Pop culture obsessives writing for the pop culture obsessed.
Pop culture obsessives writing for the pop culture obsessed.

Sonic The Hedgehog

Some parts of the gaming community believe that it's only a matter of time before programmers tame the complicated but immensely powerful PlayStation 3 and deliver some truly stunning experiences. But when a game like Sonic The Hedgehog stumbles into the next generation like a freshman accidentally walking into a string-theory lecture, it becomes clear that some folks still need to brush up on their fundamentals.

Sonic's 1991 debut on the Sega Genesis worked because it was a rush to run fast, collect rings, and ricochet through the scenery like a pinball. Sonic The Hedgehog does everything it can to distance players from these visceral pleasures. Your first task is to talk to the townsfolk and gather information, which isn't exactly pulse-pounding. And while other games let characters discover power-ups during play, this game puts all of Sonic's upgrades on a store shelf. When the feet finally begin to fly, the controls feel sluggish and unresponsive. There are so many ways to fail out of each high-speed sequence that it's a relief when they're over. And even though the game is called Sonic The Hedgehog, two-thirds of play time is spent steering Sonic clones Shadow and Silver. Only the most masochistic will ever get that far.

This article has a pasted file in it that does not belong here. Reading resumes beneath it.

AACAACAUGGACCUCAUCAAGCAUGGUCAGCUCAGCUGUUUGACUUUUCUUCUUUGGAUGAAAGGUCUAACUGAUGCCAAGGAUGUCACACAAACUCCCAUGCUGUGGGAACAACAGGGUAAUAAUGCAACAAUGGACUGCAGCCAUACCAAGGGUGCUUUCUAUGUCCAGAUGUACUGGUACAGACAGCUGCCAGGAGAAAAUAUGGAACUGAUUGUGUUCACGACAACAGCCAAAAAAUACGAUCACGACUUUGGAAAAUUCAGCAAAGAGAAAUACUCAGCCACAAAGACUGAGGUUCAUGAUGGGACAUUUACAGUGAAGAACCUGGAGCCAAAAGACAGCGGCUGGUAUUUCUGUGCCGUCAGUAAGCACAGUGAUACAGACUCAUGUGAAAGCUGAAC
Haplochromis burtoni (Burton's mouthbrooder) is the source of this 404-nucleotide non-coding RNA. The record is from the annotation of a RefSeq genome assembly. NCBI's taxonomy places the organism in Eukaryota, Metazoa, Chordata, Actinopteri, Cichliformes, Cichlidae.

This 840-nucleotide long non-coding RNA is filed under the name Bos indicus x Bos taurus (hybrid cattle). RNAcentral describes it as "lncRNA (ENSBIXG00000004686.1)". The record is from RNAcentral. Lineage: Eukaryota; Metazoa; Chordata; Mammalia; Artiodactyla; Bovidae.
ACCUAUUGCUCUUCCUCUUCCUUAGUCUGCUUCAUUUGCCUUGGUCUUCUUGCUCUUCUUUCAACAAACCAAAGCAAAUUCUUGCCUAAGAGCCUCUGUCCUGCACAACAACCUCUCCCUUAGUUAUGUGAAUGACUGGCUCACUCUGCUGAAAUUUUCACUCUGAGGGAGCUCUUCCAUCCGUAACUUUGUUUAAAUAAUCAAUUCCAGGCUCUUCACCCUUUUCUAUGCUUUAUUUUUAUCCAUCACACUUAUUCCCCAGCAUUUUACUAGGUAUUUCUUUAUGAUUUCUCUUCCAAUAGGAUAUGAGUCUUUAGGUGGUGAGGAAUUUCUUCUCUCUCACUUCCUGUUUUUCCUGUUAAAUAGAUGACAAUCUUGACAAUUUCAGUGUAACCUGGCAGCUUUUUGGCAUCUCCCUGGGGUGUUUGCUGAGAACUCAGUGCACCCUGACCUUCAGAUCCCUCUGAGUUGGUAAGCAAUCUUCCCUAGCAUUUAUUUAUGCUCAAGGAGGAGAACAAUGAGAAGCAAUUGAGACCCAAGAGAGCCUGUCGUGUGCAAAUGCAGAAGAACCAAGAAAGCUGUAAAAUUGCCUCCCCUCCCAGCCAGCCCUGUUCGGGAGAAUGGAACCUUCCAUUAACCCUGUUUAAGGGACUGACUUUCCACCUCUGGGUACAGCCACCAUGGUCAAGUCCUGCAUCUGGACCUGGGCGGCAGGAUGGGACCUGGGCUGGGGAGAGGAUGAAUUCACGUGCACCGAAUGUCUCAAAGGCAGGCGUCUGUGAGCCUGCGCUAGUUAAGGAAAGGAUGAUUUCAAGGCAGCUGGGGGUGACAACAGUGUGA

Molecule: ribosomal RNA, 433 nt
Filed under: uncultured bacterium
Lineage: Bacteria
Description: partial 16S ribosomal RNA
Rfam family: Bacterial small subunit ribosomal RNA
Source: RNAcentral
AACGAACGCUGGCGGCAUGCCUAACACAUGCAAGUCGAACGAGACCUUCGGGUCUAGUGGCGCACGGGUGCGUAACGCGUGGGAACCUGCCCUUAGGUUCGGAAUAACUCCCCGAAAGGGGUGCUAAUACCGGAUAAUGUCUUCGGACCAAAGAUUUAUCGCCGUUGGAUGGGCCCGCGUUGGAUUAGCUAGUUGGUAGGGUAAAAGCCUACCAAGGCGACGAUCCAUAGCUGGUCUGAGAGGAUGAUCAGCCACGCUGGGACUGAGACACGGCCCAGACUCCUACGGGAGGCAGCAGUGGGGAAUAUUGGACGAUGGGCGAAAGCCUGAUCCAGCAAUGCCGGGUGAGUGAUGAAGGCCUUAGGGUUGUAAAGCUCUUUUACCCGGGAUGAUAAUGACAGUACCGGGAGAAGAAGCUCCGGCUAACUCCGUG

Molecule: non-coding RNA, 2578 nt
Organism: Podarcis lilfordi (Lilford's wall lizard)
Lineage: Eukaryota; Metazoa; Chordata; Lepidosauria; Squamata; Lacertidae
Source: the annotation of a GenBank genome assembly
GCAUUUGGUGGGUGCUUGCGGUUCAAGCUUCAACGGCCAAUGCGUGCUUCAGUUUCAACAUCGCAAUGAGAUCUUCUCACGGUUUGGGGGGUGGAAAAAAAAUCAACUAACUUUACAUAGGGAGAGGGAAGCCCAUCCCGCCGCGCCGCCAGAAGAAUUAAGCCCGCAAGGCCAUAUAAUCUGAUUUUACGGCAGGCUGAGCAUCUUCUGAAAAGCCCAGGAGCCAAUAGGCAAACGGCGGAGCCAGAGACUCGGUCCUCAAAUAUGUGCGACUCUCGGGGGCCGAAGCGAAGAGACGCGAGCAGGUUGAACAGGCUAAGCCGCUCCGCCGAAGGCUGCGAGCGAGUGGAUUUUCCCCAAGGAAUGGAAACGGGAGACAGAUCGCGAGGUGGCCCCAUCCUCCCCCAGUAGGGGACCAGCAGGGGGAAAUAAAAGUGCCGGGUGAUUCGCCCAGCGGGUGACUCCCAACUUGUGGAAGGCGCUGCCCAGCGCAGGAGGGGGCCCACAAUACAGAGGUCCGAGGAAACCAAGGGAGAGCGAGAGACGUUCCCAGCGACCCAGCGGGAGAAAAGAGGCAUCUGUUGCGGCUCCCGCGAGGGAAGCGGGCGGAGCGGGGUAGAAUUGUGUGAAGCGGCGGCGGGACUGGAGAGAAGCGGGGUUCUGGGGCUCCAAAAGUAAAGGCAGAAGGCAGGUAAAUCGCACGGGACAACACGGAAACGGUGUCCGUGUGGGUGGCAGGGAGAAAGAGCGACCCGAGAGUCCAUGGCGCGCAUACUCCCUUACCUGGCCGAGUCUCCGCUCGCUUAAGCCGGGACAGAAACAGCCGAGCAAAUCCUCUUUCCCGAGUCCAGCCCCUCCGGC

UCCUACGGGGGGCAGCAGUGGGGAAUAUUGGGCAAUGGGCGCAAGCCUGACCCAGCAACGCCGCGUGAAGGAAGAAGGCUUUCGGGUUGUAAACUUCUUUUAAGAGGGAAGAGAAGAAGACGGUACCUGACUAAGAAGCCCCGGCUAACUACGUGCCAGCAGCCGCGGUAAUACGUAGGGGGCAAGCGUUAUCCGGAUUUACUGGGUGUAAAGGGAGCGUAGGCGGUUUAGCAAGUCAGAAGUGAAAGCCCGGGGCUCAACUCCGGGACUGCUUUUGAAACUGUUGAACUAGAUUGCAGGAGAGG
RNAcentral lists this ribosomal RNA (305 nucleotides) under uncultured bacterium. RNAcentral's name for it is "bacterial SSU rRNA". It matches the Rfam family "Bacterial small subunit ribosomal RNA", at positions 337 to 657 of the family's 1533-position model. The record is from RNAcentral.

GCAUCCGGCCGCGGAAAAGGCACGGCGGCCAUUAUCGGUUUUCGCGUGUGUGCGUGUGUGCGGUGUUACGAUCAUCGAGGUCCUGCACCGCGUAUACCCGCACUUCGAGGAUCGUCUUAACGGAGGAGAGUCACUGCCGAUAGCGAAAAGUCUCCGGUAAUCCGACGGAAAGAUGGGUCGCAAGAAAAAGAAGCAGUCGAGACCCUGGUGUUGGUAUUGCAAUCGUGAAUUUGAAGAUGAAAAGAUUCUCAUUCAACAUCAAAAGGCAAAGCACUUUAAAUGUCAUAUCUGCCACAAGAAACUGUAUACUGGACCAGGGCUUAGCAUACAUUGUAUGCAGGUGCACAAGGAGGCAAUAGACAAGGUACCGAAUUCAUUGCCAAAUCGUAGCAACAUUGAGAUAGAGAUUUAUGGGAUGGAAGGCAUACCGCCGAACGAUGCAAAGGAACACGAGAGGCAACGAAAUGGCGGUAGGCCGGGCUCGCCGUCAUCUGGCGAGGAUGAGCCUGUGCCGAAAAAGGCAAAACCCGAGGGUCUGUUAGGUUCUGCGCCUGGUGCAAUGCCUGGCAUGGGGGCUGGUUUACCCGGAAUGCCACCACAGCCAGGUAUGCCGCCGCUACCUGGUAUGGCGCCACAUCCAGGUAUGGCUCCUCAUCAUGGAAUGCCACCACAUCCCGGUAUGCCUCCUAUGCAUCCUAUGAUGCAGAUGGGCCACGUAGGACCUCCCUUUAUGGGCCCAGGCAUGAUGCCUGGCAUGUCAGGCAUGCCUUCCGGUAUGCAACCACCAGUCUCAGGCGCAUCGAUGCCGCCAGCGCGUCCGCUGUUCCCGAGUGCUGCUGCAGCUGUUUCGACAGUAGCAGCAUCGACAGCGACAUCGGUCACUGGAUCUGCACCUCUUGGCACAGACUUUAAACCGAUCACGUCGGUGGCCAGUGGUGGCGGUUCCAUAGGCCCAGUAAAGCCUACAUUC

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Beyond the game: An overwrought, Final Fantasy-style storyline complicates matters with tales of angry gods, time travel, and planetary destruction. Sonic even has a princess to save. When human babe and anthropomorphic hedgehog bond, prepare to be creeped out.

Worth playing for: If gaming had its own Mystery Science Theater 3000, this game would be its Manos: The Hands Of Fate. Beer and friends could transform this painful solo experience into a hilarious evening of point-and-laugh fun.

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Frustration sets in when: Some scenes take so long to load up that they induce nostalgia for the days of tape drives and 300-baud modems. Glitches and a jittery camera don't make the game unplayable—just profoundly unpalatable.

Final judgment: The princess is safe and sound. Now who's going to save Sonic as his franchise circles the drain?

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